Some other inks are available in mini pads, but the Distress Minis have a secret weapon that makes them extra portable.  The affordable Distress Mini tin case [available ACOT, Scrapbook.com, Amazon] is available that securely carries a dozen of the Distress Minis – enough to keep you supplied for almost any planner project.

tim-holtz-distress-mini-storage-tin

I’m assembling myself a custom color palette in my Mini Distress Ink Storage tin that will work for the color coding that I am planning for my planner. To do this, I’ve started by purchasing two of the Distress Mini four packs: Kit #1 and Kit #14. The other four colors (black, red, purple, and probably another green) will be filled in individually, since the Distress Mini Ink Pads are now available open stock. With all of those colors, I will have a full rainbow color palette, plus black, brown and gray, for versatile planning!

tim-holtz-distress-mini-colors

What ink do you use in your planner? What do you like about it?

Shimmerz, Blingz, and Spritz and how they compare

Reported by Megan Lock

Here’s a video demonstration of three different glittery media, so you can see them in action!

Now that you’ve seen the video, below is just a quick comparison of what I talked about:

Shimmerz and Blingz
Form: aqueous liquid in plastic pot with twist-on lid
Glitter Factor: very glittery, adds an intense amount of super fine glitteriness to image
Clarity: transparent with tinting of color
Ease of use: easy, just shake before use and use a regular paint brush, minimal clean up
Availability: not at large retailers, seen at some local craft stores.
Cost: $2.79-$3.95

This is a very cool product. It’s very unique and provides endless outlets for your creativity. You can use it on paper, but you can also it on almost all surfaces, metal, wood, fabric, felt, etc. One of my favorite techniques is to shimmer up some flower embellishments. You can also take your scrap paper, cover it with Shimmerz, and punch out different shapes for some beautiful embellishments, too. There are a lot of options with this product!

Also, this company produces Spritz, glittery, shimmery spray that you can spray onto the surface of your project, if you’d prefer to avoid the paintbrush. The spray provides a lot of glitter and shimmer, but it’s a little less dense than your average coating of the Shimmerz. If you like to support American based companies, you’ll be glad to know that these products are made here in the USA.

Pros:

  • use over colored image for REAL sparkle
  • can be used over variety of color mediums (copics, colored pencils, etc.)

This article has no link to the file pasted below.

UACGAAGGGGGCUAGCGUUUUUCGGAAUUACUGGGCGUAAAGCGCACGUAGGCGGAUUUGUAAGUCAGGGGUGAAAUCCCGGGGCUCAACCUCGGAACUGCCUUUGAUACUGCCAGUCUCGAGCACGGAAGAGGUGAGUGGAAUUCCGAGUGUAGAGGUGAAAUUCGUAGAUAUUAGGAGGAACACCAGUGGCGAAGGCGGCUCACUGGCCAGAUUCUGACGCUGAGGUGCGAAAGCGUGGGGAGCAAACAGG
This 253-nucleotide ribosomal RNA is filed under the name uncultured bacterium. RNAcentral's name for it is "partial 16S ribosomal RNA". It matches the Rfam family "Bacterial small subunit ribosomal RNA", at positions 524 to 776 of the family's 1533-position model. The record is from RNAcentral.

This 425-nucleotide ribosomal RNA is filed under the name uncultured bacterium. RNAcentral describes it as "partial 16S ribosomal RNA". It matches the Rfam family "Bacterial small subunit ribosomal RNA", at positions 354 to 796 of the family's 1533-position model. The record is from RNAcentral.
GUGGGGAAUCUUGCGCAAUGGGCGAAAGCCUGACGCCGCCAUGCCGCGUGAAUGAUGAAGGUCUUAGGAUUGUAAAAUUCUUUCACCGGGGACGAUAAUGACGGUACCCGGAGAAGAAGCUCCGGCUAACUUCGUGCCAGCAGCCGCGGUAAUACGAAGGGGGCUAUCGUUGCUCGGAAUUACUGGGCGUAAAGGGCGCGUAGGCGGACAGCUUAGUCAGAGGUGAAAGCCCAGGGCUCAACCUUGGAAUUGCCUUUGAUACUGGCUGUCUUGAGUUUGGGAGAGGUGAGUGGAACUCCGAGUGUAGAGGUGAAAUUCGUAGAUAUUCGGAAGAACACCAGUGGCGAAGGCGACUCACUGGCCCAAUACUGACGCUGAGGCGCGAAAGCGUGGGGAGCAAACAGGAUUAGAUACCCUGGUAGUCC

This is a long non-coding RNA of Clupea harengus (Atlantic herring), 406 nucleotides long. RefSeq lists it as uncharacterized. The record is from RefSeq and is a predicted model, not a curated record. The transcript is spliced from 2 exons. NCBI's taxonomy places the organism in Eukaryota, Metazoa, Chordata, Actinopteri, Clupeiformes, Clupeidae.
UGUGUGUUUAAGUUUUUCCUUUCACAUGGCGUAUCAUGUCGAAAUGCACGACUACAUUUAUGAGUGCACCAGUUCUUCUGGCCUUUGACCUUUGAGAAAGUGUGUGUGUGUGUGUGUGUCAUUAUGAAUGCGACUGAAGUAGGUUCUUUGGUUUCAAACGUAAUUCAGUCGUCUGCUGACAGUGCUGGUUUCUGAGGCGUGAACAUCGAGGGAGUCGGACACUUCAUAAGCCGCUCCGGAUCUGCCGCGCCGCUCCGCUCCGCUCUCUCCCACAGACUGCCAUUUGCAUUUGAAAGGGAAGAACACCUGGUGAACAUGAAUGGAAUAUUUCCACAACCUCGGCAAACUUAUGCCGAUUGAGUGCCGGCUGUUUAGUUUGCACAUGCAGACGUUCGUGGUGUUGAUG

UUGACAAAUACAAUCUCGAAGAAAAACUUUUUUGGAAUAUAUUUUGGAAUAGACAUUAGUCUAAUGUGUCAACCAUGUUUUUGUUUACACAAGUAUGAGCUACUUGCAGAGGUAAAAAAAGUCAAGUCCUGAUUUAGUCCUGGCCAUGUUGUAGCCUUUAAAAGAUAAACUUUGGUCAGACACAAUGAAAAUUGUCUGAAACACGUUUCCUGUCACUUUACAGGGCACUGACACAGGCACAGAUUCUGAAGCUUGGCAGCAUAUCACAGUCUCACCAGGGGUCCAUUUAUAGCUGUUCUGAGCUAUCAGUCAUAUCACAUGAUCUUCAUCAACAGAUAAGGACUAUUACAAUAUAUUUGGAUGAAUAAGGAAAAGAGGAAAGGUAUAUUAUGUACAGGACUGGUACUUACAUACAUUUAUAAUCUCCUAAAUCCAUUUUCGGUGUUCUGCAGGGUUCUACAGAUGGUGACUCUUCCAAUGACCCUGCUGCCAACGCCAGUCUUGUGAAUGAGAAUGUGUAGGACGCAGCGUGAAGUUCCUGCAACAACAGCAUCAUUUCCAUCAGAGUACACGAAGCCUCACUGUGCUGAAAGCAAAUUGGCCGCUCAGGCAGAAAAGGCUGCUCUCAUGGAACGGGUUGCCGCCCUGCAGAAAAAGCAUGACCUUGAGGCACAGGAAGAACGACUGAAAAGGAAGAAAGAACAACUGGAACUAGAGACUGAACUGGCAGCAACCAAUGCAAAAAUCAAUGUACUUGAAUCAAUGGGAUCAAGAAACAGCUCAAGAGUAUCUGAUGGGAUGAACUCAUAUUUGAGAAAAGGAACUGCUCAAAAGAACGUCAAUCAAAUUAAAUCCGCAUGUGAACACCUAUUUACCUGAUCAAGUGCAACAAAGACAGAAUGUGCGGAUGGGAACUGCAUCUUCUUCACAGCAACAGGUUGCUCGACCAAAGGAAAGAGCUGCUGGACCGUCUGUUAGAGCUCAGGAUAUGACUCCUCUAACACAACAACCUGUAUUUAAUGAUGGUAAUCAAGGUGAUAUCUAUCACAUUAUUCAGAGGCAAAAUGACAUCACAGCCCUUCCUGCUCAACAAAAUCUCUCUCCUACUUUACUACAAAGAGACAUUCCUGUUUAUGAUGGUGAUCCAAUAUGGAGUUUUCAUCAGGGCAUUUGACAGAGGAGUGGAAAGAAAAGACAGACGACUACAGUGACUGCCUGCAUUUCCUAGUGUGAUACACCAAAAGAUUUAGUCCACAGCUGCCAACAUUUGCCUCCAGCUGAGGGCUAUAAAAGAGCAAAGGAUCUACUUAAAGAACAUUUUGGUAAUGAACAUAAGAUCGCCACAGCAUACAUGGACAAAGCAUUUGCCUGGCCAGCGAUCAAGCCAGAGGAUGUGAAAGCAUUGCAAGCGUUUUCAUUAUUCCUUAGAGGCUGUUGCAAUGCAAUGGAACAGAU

• variety of colors
  • made in the USA

Cons:

  • aqueous-based, use caution when using over water colors, can smear color
  • if used too heavily will cause paper to ripple

Twinkling H2Os
Form: solid cake in plastic pot with twist-on lid
Glitter Factor: mild and variable, more water = less glitter, less water = more glitter
Clarity: variable with quantity of water used, though on average provides deep, rich color with mild sparkle
Ease of use: moderate, requires water coloring skills, need to prep color before use
Availability: not at large retailers, seen at some local craft stores.
Cost: large pots $3.60 each, also available in kits.

Smooches
Form: liquid, about the consistency of nail polish, in plastic bottle with twist-on lid with applicator
Glitter Factor: mild, the silver gives more of a metallic finish than glittery
Clarity: opaque
Ease of use: easy, applicator included, no mess to clean up after use
Availability: not a large retailers, possibly at some local craft stores, though new product so availablity may be limited.
Cost: $4.50

Here are the products in action. I have three cards using each of these products.

This card shows the Twinkling H2Os used as water colors:

Gina K and Verve stamps

I used Shimmerz on Ketto’s dress:

Stamping Bella, Ketto

This close up shows some of the shimmer:



Lastly, I used the Smooches to color in the little dots on the Javabug’s dress and hat:

Stamping Bella, Huggabugs

Shimmerz and Luminarte also produce glitter or shimmer sprays to add more shimmer to your project. How do you use these products? Have your tried all of them? Do you have a favorite?
Click on the link at the top of the page to visit Craft Critique for comments, giveaways and more!